Differences in Treatment and Management of Foot Abscesses in a Southern White Rhinoceros (Ceratotherium simum simum) and a Southern Black Rhinoceros (Diceros bicornis minor) at Fossil Rim Wildlife Center
Differences in treatment and management of foot abscesses in a southern white rhinoceros (Ceratotherium simum simum) and a southern black rhinoceros (Diceros bicornis minor) are described. While some treatments were similar between animals, differences in temperament and lesion location dictated dissimilar management approaches.
A 22-year-old male southern white rhinoceros presented acutely with left front leg lameness. Upon visual examination, a longitudinal crack in the hoof wall extending from the coronary band to the palmar surface of the hoof wall was identified. Debridement of necrotic tissue associated with an underlying abscess was performed under anesthesia on two separate occasions. Initial debridement resulted in normal hoof growth for 3.5 months before the abscess recurred. Treatment failure was attributed to inability to keep the defect clean and the animal’s weight, which caused the hoof defect to split laterally. At the time of the second debridement, the hoof defect was laced with 18-gauge stainless steel wire and reinforced with epoxy (Equi-Thane SuperFast™, Vettec, Inc., Oxnard, CA, USA). This resulted in better distribution of forces along the defect and allowed for improved healing. Hoof recovery was achieved with daily treatment for over a year. Treatments included oral administration of biotin (Biotin, Purina-Mills, LLC, Gray Summit, MO, USA), cleaning and packing the hoof defect on a daily basis, and application of products designed to moisturize the hoof and promote new hoof growth (Hoof-alive®, Don Gregory Sales, LLC, Buffalo, WY, USA). Packing was done with a proprietary farrier’s mixture containing pine tar and fish oil-soaked oakum.
An 18-year-old female southern black rhinoceros, with a 3-year history of chronic intermittent abscess formation that culminated in a foot pad defect, required multiple immobilizations for treatment and management. In June 2006, a puncture wound was noted in the sole of the right front foot. The defect was debrided, cleaned with chlorhexidine diacetate (Nolvasan®, Fort Dodge Animal Health, Fort Dodge, IA, USA) and packed to keep it clean. Although the sole defect appeared to be growing out, by late January 2007 a tract had opened in the interdigital space between the middle and medial toes. The tract was cultured, and the animal was started on trimethoprim-sulfamethoxazole (sulfamethoxazole and trimethoprim tablets, USP, double strength, Interpharm, Inc., Hauppauge, NY, USA; 16 mg/kg PO BID). Antibiotics were changed to enrofloxacin (Baytril 68, Bayer Health Care LLC, Shawnee, KS, USA; 5 mg/kg PO SID) when this animal developed a reaction to trimethoprim-sulfamethoxazole. Treatment consisted of flushing the wound with tincture of iodine 3.5% and then packing it to keep it clean. Although the defect healed over the next 5 months, subsequently, at approximately 3-month intervals, the foot abscessed and then healed again. Twice this animal was treated with flunixin meglumine (Banamine Paste, Schering-Plough, Union, NJ, USA; 1.6 mg/kg PO SID) for 4 days and enrofloxacin (5 mg/kg PO SID) for 21 days. Flushing with tincture of iodine was performed as the animal allowed. In the next 10 months, from 9 April 2008 to 25 February 2009, this animal was immobilized five times for repeat radiographs, a single fistulagram, one ultrasound examination, repeated regional limb antibiotic perfusion treatments with cefazolin (Watson Pharmaceuticals, Inc., Morristown, NJ, USA; 4 g) and amikacin (Amikacin Sulfate Injection, Phoenix Pharmaceutical, Inc., St. Joseph, MO, USA; 2 g), debridement, packing with metronidazole (Metronidazole, PLIVA®, Inc., Pomona, NY, USA; 1.2 g) mixed with oxytetracycline (Tetradure 300, Merial Limited, Duluth, GA, USA) to form a paste, followed by bandaging and boot placement. Repeat cultures yielded bacteria sensitive to the antibiotics used or mixed bacterial populations. By February 2009, the wound showed healthy granulation tissue formation but was not completely healed. Aggressive treatment with frequent boot changes was curtailed by the presence of abrasions associated with bandaging the foot and boot placement. The animal also began to show avoidance behaviors and decreased appetite as a result of repeat, weekly immobilizations. Blood work at the time showed a hypophosphatemia, which has been seen with black rhinoceroses under stress.1 The temperament of this animal made daily wound care impossible. The combination of lesion location on the palmar surface of the foot, inability to work with this animal on a daily basis, and the development of complications with treatment made this case much more prolonged and less immediately successful than that involving the white rhinoceros.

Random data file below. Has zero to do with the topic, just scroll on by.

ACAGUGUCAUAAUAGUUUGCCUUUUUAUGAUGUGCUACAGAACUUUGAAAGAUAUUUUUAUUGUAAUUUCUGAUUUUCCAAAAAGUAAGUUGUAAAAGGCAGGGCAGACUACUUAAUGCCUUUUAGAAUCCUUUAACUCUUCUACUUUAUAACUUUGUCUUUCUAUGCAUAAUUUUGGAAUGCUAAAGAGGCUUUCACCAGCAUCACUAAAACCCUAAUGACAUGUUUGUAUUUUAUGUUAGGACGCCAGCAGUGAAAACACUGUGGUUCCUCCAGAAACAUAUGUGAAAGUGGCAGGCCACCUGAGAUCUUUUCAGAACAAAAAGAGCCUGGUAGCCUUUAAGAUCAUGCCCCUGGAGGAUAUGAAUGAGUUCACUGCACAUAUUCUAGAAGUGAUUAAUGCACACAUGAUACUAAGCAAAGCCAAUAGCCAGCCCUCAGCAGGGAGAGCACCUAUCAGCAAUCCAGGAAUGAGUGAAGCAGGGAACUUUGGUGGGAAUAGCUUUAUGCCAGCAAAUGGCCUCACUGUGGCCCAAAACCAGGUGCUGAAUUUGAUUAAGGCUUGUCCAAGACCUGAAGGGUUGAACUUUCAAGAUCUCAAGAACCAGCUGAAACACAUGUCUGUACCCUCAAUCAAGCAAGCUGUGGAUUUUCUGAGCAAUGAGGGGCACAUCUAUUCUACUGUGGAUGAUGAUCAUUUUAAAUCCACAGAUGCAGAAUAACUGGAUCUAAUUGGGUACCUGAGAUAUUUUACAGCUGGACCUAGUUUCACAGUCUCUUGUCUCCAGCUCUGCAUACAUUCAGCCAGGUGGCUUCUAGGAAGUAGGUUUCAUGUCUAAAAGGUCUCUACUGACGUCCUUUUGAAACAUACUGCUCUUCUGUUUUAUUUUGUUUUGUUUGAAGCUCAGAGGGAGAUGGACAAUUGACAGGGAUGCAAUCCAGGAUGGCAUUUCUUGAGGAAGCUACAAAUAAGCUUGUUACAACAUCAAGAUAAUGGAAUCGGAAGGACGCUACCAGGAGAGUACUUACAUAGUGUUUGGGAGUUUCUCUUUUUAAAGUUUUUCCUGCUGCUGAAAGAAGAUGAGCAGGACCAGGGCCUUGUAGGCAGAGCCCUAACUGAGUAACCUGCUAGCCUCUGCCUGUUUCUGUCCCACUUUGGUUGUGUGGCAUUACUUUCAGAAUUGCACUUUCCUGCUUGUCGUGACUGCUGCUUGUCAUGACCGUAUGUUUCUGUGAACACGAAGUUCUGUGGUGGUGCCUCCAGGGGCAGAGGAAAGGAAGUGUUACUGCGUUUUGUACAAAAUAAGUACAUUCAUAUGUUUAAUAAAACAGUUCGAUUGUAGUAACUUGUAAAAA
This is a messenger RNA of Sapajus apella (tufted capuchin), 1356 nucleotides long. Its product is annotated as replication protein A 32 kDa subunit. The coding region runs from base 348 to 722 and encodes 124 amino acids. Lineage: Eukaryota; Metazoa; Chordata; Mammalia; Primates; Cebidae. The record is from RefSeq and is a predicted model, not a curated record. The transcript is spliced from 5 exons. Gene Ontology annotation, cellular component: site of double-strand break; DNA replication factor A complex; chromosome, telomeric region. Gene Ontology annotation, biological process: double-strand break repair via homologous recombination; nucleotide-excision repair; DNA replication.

1. Miller, E.R. 2003. Rhinoceridae (Rhinoceroses). In: Fowler, M.E., and R.E. Miller (eds.). Zoo and Wild Animal Medicine, 5th ed. Elsevier, St. Louis, Missouri. 558–569.